On the hunt for something better to eat on the island led chef Justin Kerchner to start Better, where he serves seasonal, fresh food like shrimp and grits, crispy Brussels sprouts, and made-from-scratch soup. Chef Yen Nguyen brings international flair to the scene with her AmaRin Bahn Mi food truck parked outside AmaRin, her successful Vietnamese coffee shop. Even beverages are part of Chincoteague’s booming food truck culture. Pony Pop serves customizable fountain sodas, shaved ice, and milkshakes.

In 2023, there were 14 food trucks on the island’s nine square miles of usable land.

Going Brick & Mortar

Despite the challenges, transitioning from food truck to physical establishment does happen on the island—and with great success. The creative confectionery of Sandy Pony Donuts still operates their truck, but their permanent storefront is on Maddox Boulevard. It’s a staple in Chincoteague’s sweet scene, serving delightfully delicious donuts, açai bowls, smoothies, and bubble tea. 

Another success story is Pico Taqueria, whose team gained serious culinary chops criss-crossing the country—from Palm Beach to Santa Barbara to Charleston—before first opening their food truck and then their outdoor restaurant on the island. “We knew it would be less expensive to start up as a food truck, and it could give us a foot onto the island,” explains Rosie Moot, who co-owns the 37-employee establishment with the Moot clan—her husband Dylan, his twin brother Nate, and Nate’s wife, Kate.

“I like Chincoteague because the people want small mom-and-pop shops. They want people who own the businesses to be part of the community,” says Rosie Moot. “Our goal was to be part of the community, but it costs so much to open a restaurant. The food truck was a great starting point.”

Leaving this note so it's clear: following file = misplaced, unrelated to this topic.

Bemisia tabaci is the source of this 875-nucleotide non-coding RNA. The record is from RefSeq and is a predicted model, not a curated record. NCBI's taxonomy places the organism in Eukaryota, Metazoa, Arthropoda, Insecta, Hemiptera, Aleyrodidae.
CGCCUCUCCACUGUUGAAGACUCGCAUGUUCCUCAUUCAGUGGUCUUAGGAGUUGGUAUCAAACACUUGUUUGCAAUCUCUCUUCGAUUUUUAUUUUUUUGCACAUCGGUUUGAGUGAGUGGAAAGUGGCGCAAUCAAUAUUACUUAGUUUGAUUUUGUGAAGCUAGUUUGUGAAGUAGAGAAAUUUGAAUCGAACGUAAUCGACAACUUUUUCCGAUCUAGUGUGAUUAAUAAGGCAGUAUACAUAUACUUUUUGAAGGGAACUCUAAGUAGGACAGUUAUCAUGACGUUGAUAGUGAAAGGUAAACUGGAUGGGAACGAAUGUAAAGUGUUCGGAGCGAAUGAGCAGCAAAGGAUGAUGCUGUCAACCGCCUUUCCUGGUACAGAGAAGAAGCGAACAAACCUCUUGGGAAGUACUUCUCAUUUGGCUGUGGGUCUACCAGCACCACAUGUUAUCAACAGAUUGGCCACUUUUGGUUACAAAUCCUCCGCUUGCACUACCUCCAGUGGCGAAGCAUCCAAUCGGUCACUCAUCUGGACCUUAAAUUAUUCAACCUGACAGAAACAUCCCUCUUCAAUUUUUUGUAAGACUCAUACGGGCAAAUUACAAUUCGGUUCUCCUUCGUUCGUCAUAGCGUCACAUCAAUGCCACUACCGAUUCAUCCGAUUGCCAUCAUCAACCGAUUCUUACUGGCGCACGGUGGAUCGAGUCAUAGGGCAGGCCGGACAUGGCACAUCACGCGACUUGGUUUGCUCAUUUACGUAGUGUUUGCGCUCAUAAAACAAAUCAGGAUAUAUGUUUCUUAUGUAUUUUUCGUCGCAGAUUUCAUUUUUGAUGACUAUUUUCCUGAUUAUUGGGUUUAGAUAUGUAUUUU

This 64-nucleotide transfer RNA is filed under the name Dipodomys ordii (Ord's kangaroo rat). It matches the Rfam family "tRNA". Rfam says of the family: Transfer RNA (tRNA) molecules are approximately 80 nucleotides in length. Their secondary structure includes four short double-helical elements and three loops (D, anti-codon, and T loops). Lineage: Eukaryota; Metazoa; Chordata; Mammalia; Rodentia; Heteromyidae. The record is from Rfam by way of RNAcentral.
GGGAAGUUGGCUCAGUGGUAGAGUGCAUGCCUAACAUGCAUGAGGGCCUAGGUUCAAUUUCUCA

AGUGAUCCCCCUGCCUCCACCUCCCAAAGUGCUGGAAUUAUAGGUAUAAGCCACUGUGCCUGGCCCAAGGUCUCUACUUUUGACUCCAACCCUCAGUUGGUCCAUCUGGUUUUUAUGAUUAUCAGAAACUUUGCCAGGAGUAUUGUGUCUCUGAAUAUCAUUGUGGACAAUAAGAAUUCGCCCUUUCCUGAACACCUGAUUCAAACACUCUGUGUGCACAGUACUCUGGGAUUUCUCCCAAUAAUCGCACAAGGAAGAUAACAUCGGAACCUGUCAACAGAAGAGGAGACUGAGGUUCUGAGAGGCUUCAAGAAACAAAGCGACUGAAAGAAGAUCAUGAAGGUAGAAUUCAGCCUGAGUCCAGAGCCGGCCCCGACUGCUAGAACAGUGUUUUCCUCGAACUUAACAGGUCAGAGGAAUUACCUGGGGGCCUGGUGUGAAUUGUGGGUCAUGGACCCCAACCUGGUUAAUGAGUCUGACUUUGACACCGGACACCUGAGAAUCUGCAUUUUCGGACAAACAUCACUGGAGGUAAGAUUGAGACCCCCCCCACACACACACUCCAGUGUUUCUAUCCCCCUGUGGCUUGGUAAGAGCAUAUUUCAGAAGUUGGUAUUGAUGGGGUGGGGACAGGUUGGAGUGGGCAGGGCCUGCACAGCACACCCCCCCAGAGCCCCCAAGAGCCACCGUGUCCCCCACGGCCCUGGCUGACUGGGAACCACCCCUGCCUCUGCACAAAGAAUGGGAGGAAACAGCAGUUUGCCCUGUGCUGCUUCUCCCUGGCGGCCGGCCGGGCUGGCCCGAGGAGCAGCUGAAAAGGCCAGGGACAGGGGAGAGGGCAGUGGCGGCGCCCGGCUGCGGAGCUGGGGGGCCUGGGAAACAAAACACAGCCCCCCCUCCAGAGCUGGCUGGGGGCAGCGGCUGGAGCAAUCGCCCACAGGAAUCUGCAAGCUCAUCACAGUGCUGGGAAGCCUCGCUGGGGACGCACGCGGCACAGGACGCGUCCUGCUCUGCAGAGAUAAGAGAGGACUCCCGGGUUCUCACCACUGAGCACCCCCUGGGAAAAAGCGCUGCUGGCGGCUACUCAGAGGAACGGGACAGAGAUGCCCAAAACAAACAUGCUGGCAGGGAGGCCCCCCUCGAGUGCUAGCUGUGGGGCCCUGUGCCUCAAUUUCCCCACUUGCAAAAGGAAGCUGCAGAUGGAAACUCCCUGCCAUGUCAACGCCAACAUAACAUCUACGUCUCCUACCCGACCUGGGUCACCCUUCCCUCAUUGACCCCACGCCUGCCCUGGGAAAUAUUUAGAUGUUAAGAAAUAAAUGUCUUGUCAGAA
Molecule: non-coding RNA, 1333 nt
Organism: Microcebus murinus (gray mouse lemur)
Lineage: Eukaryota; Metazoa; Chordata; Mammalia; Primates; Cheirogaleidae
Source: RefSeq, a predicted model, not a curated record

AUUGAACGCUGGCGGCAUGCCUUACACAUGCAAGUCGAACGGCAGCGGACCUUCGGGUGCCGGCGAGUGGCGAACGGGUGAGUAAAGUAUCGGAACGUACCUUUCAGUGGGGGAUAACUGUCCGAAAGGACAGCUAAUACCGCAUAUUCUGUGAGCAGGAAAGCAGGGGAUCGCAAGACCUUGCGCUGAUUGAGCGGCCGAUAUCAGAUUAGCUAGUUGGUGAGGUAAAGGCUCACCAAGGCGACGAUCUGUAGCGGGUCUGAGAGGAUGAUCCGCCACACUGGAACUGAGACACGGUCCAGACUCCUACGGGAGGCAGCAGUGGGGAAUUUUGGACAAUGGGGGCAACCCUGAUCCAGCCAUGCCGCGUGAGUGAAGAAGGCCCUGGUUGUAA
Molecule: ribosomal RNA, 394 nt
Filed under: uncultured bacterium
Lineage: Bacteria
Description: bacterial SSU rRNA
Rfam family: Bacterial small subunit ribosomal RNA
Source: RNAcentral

Food Trucks of Chincoteague

Island life means surfing, sand, sunshine, and—on this island—ponies and food trucks. These mobile meals around town are part of the charm of Chincoteague, drawing crowds on ideal summer days, but most will tell you the food makes the wait worth it.

Backyard Firepit

Facebook: Backyard Firepit, 6312 Church St.

All the fixings of indulgent barbecue: brisket, pulled pork, and ribs smoked to delicious perfection.

Cosa Pizza

CosaPizza.com, 6146 Taylor St. 

Wood-fired ovens go mobile in this locally loved pizza joint, offering satisfying options for a range of diets like their special (still yummy) cauliflower crust.

Grandma’s Waffles & Coffee

6382 Maddox Blvd.

Serves authentic Belgian waffles with various toppings at the Whiteraven’s Nest farmers market.  

Having a Meltdown

Facebook: Having a Meltdown, 4474 Chicken City Rd.

Bites for the classic American comfort food experience, especially those of the cheesy variety with their signature gourmet grilled cheeses. 

K&J Teriyaki

If you’re lucky enough to catch this truck (look around T’s Corner by the Food Lion), dig into Korean-style teriyaki plates with meats, rice, dumplings, and more.


Hungry yet? Click here for more food truck options on Chincoteague!


Department of Corrections: A previous version of this article incorrectly credited the photo featured to the Virginia Tourism Corp. The photo was courtesy of the Chincoteague Chamber of Commerce/By Rob Osterrmaier.


This article originally appeared in the August 2024 issue.